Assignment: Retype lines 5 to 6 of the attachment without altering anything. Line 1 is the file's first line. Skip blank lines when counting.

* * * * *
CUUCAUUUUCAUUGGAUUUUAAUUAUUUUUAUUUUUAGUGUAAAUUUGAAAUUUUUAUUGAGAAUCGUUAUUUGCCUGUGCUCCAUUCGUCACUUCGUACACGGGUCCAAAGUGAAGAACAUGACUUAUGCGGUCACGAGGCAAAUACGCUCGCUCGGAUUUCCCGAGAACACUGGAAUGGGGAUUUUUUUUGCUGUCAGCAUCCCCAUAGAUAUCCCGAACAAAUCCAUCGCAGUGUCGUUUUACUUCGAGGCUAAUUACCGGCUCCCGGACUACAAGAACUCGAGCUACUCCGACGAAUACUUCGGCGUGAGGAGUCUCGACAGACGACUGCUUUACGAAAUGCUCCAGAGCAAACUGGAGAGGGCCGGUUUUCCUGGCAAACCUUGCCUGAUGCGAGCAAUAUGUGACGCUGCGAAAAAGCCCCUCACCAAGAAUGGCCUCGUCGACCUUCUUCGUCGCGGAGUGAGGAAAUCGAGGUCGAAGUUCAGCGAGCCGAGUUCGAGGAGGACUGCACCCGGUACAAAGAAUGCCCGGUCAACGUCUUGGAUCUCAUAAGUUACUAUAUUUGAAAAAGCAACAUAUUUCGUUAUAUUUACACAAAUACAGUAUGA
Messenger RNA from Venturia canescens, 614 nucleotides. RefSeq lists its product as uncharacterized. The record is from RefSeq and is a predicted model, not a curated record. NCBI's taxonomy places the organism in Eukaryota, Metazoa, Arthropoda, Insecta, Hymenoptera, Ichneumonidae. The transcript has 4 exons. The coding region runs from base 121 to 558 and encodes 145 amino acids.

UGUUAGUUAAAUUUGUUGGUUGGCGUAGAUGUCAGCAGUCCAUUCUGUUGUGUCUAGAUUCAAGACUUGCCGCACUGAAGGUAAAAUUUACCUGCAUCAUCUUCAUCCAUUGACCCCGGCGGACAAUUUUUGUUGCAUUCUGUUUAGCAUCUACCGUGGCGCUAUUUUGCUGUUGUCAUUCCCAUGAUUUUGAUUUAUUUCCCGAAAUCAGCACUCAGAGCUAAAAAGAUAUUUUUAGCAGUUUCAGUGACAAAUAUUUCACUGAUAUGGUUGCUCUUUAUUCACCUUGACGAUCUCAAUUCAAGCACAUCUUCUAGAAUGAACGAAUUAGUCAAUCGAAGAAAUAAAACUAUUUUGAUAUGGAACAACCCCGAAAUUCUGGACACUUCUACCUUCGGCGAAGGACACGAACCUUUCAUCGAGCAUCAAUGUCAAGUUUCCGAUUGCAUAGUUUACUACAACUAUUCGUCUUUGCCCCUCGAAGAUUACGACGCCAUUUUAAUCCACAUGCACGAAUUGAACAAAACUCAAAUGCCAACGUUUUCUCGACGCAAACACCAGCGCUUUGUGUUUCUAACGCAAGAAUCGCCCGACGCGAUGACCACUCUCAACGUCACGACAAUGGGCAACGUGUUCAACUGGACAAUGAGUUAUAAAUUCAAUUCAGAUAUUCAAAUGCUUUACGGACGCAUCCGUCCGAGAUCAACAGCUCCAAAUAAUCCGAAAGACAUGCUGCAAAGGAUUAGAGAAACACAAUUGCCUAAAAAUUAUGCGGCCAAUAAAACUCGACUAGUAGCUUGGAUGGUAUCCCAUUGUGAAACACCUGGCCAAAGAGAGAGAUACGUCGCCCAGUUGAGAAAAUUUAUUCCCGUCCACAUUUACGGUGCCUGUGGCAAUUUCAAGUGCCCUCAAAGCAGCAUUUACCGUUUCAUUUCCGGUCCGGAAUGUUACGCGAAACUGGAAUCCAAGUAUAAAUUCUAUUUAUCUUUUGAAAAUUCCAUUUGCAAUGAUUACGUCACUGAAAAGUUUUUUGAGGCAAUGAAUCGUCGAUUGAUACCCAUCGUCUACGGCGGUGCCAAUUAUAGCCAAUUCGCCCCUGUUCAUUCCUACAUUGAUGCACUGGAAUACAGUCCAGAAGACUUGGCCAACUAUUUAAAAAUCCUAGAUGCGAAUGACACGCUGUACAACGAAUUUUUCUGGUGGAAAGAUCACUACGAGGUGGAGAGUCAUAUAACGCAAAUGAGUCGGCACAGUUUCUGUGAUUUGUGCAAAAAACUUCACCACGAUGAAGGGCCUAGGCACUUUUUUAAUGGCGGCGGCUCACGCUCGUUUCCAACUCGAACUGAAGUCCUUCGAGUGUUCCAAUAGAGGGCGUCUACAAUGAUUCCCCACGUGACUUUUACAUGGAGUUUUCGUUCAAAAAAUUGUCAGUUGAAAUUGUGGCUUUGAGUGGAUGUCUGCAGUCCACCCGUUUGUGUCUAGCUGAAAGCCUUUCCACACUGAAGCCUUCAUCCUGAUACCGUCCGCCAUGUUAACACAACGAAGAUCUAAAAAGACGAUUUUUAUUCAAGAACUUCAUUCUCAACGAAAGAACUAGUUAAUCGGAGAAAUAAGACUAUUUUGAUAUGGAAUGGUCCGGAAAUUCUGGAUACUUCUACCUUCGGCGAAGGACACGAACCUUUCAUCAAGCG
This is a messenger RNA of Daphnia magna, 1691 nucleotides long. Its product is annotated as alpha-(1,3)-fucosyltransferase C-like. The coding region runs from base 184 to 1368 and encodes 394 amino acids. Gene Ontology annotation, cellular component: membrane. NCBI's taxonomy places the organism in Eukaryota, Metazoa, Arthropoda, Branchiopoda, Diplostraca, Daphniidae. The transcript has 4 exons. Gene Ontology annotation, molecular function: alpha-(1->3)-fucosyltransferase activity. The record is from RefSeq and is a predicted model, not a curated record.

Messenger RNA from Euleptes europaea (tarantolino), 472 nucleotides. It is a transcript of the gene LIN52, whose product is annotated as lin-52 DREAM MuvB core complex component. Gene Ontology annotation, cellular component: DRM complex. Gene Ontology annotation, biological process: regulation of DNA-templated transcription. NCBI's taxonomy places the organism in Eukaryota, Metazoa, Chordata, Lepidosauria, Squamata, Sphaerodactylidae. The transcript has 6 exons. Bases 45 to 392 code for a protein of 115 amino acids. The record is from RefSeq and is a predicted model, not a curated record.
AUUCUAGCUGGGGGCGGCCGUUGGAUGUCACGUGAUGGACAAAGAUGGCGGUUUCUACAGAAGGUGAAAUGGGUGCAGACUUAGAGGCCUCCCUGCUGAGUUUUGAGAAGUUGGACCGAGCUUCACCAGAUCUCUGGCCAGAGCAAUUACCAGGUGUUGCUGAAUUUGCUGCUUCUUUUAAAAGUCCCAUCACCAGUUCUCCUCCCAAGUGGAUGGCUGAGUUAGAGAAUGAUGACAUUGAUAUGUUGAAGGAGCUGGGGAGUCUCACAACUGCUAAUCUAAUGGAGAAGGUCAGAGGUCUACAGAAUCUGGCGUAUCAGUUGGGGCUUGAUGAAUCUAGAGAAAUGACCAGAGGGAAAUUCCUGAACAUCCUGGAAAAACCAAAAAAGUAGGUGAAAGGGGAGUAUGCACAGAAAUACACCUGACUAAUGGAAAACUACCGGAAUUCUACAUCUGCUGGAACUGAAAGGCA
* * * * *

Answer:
Messenger RNA from Euleptes europaea (tarantolino), 472 nucleotides. It is a transcript of the gene LIN52, whose product is annotated as lin-52 DREAM MuvB core complex component. Gene Ontology annotation, cellular component: DRM complex. Gene Ontology annotation, biological process: regulation of DNA-templated transcription. NCBI's taxonomy places the organism in Eukaryota, Metazoa, Chordata, Lepidosauria, Squamata, Sphaerodactylidae. The transcript has 6 exons. Bases 45 to 392 code for a protein of 115 amino acids. The record is from RefSeq and is a predicted model, not a curated record.
AUUCUAGCUGGGGGCGGCCGUUGGAUGUCACGUGAUGGACAAAGAUGGCGGUUUCUACAGAAGGUGAAAUGGGUGCAGACUUAGAGGCCUCCCUGCUGAGUUUUGAGAAGUUGGACCGAGCUUCACCAGAUCUCUGGCCAGAGCAAUUACCAGGUGUUGCUGAAUUUGCUGCUUCUUUUAAAAGUCCCAUCACCAGUUCUCCUCCCAAGUGGAUGGCUGAGUUAGAGAAUGAUGACAUUGAUAUGUUGAAGGAGCUGGGGAGUCUCACAACUGCUAAUCUAAUGGAGAAGGUCAGAGGUCUACAGAAUCUGGCGUAUCAGUUGGGGCUUGAUGAAUCUAGAGAAAUGACCAGAGGGAAAUUCCUGAACAUCCUGGAAAAACCAAAAAAGUAGGUGAAAGGGGAGUAUGCACAGAAAUACACCUGACUAAUGGAAAACUACCGGAAUUCUACAUCUGCUGGAACUGAAAGGCA